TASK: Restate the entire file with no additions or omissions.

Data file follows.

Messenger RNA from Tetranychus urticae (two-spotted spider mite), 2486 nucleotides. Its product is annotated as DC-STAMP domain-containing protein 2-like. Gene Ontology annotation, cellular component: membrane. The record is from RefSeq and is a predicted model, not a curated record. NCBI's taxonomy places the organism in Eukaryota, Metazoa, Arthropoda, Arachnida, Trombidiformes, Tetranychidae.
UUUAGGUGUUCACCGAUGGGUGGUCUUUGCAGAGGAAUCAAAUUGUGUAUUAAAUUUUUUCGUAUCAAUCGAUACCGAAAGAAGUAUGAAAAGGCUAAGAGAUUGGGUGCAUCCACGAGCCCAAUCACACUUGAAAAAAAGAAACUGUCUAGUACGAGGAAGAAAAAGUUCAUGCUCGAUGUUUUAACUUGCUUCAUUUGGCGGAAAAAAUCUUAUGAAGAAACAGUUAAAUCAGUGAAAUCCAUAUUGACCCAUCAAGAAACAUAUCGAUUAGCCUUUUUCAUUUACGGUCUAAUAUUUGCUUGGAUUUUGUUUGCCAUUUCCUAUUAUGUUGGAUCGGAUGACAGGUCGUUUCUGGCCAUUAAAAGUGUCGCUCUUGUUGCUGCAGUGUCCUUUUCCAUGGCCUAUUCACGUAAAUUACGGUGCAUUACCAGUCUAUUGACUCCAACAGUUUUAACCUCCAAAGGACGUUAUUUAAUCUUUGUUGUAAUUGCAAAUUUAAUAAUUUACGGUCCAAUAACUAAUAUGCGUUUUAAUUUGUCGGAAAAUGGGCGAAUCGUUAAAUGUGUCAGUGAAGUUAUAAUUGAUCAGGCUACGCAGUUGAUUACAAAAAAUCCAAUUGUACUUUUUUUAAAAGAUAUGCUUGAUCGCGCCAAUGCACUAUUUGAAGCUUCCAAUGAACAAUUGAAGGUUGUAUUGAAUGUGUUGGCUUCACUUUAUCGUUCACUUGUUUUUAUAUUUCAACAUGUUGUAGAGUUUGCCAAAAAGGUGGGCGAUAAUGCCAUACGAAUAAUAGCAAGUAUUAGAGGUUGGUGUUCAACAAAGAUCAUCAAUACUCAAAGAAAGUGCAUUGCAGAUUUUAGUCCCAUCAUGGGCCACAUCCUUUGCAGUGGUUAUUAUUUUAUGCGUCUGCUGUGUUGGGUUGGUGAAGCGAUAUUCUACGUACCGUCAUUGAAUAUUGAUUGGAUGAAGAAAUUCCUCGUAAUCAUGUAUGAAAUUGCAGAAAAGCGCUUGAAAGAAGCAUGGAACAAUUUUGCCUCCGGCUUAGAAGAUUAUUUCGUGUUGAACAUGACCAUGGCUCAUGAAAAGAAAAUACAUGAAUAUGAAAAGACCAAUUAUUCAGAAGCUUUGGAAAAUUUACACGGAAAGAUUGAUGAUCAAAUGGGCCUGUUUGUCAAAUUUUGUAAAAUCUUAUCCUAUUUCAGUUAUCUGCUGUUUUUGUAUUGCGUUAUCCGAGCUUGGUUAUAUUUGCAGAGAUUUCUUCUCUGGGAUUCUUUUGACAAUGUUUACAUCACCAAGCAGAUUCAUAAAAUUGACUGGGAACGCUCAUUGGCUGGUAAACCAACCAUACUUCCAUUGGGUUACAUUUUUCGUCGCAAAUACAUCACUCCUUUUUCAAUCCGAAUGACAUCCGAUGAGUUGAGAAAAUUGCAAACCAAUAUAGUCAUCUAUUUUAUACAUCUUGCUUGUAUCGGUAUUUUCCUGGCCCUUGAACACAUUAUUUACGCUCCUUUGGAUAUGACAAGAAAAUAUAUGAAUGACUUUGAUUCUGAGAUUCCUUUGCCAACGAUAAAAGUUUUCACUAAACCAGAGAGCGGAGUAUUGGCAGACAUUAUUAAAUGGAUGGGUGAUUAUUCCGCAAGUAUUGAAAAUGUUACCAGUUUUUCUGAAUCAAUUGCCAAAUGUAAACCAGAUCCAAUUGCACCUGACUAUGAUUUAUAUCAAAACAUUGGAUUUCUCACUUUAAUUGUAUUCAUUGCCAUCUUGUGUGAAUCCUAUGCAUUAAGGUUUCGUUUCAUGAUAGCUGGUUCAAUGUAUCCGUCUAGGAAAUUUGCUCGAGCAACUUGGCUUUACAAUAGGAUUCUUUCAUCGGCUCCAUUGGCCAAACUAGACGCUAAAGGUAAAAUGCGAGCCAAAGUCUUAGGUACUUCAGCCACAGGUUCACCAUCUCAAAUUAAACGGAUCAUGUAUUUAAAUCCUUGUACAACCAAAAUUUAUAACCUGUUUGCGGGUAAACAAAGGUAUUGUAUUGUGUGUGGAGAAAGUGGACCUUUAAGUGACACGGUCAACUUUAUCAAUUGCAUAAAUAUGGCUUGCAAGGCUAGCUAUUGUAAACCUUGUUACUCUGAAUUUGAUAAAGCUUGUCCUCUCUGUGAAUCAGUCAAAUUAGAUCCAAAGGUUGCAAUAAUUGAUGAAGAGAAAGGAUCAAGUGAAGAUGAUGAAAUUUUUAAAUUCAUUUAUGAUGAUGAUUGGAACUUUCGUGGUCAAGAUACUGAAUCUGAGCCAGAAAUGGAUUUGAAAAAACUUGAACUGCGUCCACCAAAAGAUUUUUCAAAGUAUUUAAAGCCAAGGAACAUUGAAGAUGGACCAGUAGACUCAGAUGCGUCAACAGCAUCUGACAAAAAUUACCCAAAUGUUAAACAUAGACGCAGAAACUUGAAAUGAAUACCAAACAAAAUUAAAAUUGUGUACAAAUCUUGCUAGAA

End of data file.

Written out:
Messenger RNA from Tetranychus urticae (two-spotted spider mite), 2486 nucleotides. Its product is annotated as DC-STAMP domain-containing protein 2-like. Gene Ontology annotation, cellular component: membrane. The record is from RefSeq and is a predicted model, not a curated record. NCBI's taxonomy places the organism in Eukaryota, Metazoa, Arthropoda, Arachnida, Trombidiformes, Tetranychidae.
UUUAGGUGUUCACCGAUGGGUGGUCUUUGCAGAGGAAUCAAAUUGUGUAUUAAAUUUUUUCGUAUCAAUCGAUACCGAAAGAAGUAUGAAAAGGCUAAGAGAUUGGGUGCAUCCACGAGCCCAAUCACACUUGAAAAAAAGAAACUGUCUAGUACGAGGAAGAAAAAGUUCAUGCUCGAUGUUUUAACUUGCUUCAUUUGGCGGAAAAAAUCUUAUGAAGAAACAGUUAAAUCAGUGAAAUCCAUAUUGACCCAUCAAGAAACAUAUCGAUUAGCCUUUUUCAUUUACGGUCUAAUAUUUGCUUGGAUUUUGUUUGCCAUUUCCUAUUAUGUUGGAUCGGAUGACAGGUCGUUUCUGGCCAUUAAAAGUGUCGCUCUUGUUGCUGCAGUGUCCUUUUCCAUGGCCUAUUCACGUAAAUUACGGUGCAUUACCAGUCUAUUGACUCCAACAGUUUUAACCUCCAAAGGACGUUAUUUAAUCUUUGUUGUAAUUGCAAAUUUAAUAAUUUACGGUCCAAUAACUAAUAUGCGUUUUAAUUUGUCGGAAAAUGGGCGAAUCGUUAAAUGUGUCAGUGAAGUUAUAAUUGAUCAGGCUACGCAGUUGAUUACAAAAAAUCCAAUUGUACUUUUUUUAAAAGAUAUGCUUGAUCGCGCCAAUGCACUAUUUGAAGCUUCCAAUGAACAAUUGAAGGUUGUAUUGAAUGUGUUGGCUUCACUUUAUCGUUCACUUGUUUUUAUAUUUCAACAUGUUGUAGAGUUUGCCAAAAAGGUGGGCGAUAAUGCCAUACGAAUAAUAGCAAGUAUUAGAGGUUGGUGUUCAACAAAGAUCAUCAAUACUCAAAGAAAGUGCAUUGCAGAUUUUAGUCCCAUCAUGGGCCACAUCCUUUGCAGUGGUUAUUAUUUUAUGCGUCUGCUGUGUUGGGUUGGUGAAGCGAUAUUCUACGUACCGUCAUUGAAUAUUGAUUGGAUGAAGAAAUUCCUCGUAAUCAUGUAUGAAAUUGCAGAAAAGCGCUUGAAAGAAGCAUGGAACAAUUUUGCCUCCGGCUUAGAAGAUUAUUUCGUGUUGAACAUGACCAUGGCUCAUGAAAAGAAAAUACAUGAAUAUGAAAAGACCAAUUAUUCAGAAGCUUUGGAAAAUUUACACGGAAAGAUUGAUGAUCAAAUGGGCCUGUUUGUCAAAUUUUGUAAAAUCUUAUCCUAUUUCAGUUAUCUGCUGUUUUUGUAUUGCGUUAUCCGAGCUUGGUUAUAUUUGCAGAGAUUUCUUCUCUGGGAUUCUUUUGACAAUGUUUACAUCACCAAGCAGAUUCAUAAAAUUGACUGGGAACGCUCAUUGGCUGGUAAACCAACCAUACUUCCAUUGGGUUACAUUUUUCGUCGCAAAUACAUCACUCCUUUUUCAAUCCGAAUGACAUCCGAUGAGUUGAGAAAAUUGCAAACCAAUAUAGUCAUCUAUUUUAUACAUCUUGCUUGUAUCGGUAUUUUCCUGGCCCUUGAACACAUUAUUUACGCUCCUUUGGAUAUGACAAGAAAAUAUAUGAAUGACUUUGAUUCUGAGAUUCCUUUGCCAACGAUAAAAGUUUUCACUAAACCAGAGAGCGGAGUAUUGGCAGACAUUAUUAAAUGGAUGGGUGAUUAUUCCGCAAGUAUUGAAAAUGUUACCAGUUUUUCUGAAUCAAUUGCCAAAUGUAAACCAGAUCCAAUUGCACCUGACUAUGAUUUAUAUCAAAACAUUGGAUUUCUCACUUUAAUUGUAUUCAUUGCCAUCUUGUGUGAAUCCUAUGCAUUAAGGUUUCGUUUCAUGAUAGCUGGUUCAAUGUAUCCGUCUAGGAAAUUUGCUCGAGCAACUUGGCUUUACAAUAGGAUUCUUUCAUCGGCUCCAUUGGCCAAACUAGACGCUAAAGGUAAAAUGCGAGCCAAAGUCUUAGGUACUUCAGCCACAGGUUCACCAUCUCAAAUUAAACGGAUCAUGUAUUUAAAUCCUUGUACAACCAAAAUUUAUAACCUGUUUGCGGGUAAACAAAGGUAUUGUAUUGUGUGUGGAGAAAGUGGACCUUUAAGUGACACGGUCAACUUUAUCAAUUGCAUAAAUAUGGCUUGCAAGGCUAGCUAUUGUAAACCUUGUUACUCUGAAUUUGAUAAAGCUUGUCCUCUCUGUGAAUCAGUCAAAUUAGAUCCAAAGGUUGCAAUAAUUGAUGAAGAGAAAGGAUCAAGUGAAGAUGAUGAAAUUUUUAAAUUCAUUUAUGAUGAUGAUUGGAACUUUCGUGGUCAAGAUACUGAAUCUGAGCCAGAAAUGGAUUUGAAAAAACUUGAACUGCGUCCACCAAAAGAUUUUUCAAAGUAUUUAAAGCCAAGGAACAUUGAAGAUGGACCAGUAGACUCAGAUGCGUCAACAGCAUCUGACAAAAAUUACCCAAAUGUUAAACAUAGACGCAGAAACUUGAAAUGAAUACCAAACAAAAUUAAAAUUGUGUACAAAUCUUGCUAGAA